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rookieatheist's Avatar Joined about 4 years ago
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Go to: Why do French intellectuals "know nothing about science"?

rookieatheist's Avatar Jump to comment 25 by rookieatheist

Seeing as several people from France have already posted some good replies, I don't really have much more to add. I also live in France and although I recognise some truths in the New Statesman article, there are also several bad conclusions made by the author. Though, to be honest, it's not a subject that I'm very well versed in. I do think that the author is very silly to suggest that France, one of the world's most scientific nations, has more difficulty than other countries in accepting evidence based science. One would need to show more than simple correlations between Noble prizes and population size to even begin to prove such an assertion.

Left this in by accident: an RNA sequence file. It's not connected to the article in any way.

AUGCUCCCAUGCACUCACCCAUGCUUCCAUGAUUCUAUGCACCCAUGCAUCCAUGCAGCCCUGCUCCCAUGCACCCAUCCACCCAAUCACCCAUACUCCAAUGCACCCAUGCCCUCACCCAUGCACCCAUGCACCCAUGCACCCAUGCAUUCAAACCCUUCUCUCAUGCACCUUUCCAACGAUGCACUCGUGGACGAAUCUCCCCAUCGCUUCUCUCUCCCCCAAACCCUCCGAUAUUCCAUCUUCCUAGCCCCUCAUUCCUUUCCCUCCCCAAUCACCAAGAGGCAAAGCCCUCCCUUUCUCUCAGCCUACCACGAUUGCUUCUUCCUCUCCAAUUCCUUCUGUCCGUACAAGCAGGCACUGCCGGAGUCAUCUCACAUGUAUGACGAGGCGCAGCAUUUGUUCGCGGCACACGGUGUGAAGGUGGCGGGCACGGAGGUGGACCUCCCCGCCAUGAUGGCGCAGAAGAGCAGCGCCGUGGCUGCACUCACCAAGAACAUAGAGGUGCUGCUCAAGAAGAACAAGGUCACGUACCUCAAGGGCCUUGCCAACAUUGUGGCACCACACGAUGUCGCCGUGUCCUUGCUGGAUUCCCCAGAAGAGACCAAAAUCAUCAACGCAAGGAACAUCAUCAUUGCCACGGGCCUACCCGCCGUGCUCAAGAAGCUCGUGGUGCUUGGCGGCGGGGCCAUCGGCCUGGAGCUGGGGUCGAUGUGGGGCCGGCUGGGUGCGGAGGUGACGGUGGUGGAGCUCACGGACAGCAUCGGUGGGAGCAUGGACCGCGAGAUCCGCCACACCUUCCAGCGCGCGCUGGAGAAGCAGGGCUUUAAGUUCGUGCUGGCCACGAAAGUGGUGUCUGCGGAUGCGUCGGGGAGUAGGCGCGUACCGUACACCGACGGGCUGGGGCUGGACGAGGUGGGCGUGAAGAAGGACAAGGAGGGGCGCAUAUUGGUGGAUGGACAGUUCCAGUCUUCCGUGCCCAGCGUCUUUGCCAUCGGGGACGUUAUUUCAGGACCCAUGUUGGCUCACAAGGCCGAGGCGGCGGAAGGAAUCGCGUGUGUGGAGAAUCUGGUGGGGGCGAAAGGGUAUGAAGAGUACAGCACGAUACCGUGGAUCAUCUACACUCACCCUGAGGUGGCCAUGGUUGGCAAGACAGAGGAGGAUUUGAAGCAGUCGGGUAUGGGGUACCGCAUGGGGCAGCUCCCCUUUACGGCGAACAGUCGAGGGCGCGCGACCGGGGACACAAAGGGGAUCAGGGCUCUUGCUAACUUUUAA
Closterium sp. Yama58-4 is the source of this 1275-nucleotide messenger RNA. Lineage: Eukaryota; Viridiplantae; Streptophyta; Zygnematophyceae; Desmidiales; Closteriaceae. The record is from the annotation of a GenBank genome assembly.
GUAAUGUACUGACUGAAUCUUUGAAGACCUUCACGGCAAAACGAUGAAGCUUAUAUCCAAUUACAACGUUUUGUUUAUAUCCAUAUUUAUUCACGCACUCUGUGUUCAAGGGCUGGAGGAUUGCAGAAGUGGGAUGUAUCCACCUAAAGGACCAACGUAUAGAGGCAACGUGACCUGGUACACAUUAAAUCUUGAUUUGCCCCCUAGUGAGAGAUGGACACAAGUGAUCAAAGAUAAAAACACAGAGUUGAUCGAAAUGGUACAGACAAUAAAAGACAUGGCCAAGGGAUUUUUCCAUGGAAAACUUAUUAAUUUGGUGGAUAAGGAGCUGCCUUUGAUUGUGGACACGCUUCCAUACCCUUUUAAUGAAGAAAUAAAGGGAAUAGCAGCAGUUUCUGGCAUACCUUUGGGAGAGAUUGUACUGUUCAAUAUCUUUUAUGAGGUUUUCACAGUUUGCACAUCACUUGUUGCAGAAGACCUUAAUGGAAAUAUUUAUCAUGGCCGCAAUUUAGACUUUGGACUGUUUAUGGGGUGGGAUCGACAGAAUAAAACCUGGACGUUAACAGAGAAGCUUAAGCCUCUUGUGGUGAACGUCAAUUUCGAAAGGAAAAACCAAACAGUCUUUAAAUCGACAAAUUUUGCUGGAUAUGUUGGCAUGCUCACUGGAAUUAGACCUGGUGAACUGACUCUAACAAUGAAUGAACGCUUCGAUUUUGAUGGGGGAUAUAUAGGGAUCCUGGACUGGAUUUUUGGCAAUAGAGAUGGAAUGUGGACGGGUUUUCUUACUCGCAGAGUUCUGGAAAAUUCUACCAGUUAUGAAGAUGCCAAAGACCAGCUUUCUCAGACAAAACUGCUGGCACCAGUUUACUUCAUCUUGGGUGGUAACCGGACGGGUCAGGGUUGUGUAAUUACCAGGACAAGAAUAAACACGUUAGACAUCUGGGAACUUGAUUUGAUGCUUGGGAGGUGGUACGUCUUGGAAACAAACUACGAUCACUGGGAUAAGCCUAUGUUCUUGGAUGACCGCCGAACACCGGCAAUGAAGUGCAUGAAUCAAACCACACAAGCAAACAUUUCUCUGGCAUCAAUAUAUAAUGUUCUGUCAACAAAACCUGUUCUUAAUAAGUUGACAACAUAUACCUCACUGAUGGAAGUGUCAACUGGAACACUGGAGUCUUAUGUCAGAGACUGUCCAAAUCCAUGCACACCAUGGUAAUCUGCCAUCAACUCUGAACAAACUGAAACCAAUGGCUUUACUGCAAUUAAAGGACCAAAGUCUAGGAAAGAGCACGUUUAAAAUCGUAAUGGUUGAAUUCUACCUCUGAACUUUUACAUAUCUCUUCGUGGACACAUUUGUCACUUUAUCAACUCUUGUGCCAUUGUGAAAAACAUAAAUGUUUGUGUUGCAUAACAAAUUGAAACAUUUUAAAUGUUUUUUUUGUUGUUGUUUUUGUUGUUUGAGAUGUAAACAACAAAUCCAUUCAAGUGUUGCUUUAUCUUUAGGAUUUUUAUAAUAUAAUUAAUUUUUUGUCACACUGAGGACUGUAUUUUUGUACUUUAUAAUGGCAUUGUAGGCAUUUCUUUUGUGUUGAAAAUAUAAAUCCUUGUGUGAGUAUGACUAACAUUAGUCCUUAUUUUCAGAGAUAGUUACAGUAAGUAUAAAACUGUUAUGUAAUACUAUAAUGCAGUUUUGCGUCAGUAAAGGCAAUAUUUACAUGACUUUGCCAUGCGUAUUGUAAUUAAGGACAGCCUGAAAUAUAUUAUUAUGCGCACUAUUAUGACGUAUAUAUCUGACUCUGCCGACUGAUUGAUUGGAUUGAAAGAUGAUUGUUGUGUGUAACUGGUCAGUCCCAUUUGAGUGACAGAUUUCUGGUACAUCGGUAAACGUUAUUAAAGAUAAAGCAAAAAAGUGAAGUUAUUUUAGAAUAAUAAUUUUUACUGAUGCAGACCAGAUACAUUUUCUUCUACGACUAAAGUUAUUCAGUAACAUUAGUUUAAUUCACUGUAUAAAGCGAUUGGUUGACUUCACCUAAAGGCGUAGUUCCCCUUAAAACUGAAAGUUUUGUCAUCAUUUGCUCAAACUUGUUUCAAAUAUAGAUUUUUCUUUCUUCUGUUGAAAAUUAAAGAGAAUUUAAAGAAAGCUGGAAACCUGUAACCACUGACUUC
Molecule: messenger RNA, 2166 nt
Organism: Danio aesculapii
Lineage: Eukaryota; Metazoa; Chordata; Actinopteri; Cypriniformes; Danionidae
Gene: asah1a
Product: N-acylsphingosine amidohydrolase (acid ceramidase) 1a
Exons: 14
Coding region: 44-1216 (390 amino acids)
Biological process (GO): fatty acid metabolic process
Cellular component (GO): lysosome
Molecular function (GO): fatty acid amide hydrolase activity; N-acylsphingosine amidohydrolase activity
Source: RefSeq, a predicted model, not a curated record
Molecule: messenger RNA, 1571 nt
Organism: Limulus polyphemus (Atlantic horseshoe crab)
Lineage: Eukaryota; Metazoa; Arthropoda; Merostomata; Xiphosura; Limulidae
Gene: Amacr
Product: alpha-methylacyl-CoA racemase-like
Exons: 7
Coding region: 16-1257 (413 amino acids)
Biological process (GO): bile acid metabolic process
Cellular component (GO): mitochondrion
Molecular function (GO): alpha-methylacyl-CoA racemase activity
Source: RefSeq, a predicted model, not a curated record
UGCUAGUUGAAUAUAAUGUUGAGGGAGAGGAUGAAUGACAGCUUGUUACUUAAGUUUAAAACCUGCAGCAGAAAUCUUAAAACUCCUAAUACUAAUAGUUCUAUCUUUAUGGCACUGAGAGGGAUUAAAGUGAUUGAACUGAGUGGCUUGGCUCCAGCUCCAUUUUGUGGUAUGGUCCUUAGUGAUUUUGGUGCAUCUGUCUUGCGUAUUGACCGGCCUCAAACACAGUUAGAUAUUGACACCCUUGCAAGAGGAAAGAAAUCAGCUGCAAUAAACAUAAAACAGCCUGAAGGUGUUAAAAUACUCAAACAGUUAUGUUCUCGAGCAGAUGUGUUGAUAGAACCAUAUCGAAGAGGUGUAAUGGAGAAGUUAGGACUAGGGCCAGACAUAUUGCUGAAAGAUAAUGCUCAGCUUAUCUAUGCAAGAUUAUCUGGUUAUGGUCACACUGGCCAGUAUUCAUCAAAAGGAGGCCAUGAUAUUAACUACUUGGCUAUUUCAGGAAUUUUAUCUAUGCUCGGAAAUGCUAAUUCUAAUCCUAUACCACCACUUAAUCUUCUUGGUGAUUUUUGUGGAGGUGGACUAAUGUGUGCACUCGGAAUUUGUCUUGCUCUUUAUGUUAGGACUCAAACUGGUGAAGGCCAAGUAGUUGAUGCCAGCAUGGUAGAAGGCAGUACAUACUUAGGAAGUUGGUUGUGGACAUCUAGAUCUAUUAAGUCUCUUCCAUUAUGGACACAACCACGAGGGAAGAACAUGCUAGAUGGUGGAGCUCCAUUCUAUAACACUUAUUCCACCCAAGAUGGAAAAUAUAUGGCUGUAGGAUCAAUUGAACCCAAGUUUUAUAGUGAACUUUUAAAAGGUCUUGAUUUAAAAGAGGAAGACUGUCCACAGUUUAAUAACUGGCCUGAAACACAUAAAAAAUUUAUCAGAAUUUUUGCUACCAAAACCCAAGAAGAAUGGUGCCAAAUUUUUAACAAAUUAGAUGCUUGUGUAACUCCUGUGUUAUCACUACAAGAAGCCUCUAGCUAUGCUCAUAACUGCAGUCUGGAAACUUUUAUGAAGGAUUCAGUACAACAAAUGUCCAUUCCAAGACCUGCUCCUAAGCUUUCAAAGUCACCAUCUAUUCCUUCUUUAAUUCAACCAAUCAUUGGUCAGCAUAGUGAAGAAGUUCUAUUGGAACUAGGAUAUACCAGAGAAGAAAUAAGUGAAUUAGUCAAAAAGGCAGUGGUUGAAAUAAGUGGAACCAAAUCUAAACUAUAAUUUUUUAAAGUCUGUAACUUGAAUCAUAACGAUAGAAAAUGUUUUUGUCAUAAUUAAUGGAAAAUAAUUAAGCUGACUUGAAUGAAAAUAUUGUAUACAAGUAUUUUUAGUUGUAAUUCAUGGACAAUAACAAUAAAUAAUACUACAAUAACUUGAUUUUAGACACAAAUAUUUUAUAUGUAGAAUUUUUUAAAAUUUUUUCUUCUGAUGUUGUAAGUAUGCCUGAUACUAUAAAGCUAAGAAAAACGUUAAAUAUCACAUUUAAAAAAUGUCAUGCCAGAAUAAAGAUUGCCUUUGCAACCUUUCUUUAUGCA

I will add this: there is an anti-pseudoscience association in France known as the "Association française pour l’information scientifique" (AFIS), or in English the "French association for science information". Their website can be found here: http://www.pseudo-sciences.org/. They also have a recent article on the issue of autism and psychoanalysis which you can try to read by using the Google translate tool.

Edit: I've just noticed that the AFIS published in December 2010 a special magazine issue on psychoanalysis. Quickly skimming over the issue summary, it tries to tackle the reasons for why psychoanalysis is still prevalent in France, but that it's decline is underway. Just to be clear, I am not a member of the association, nor do I have a subscription to their magazine (though I'm thinking about subscribing).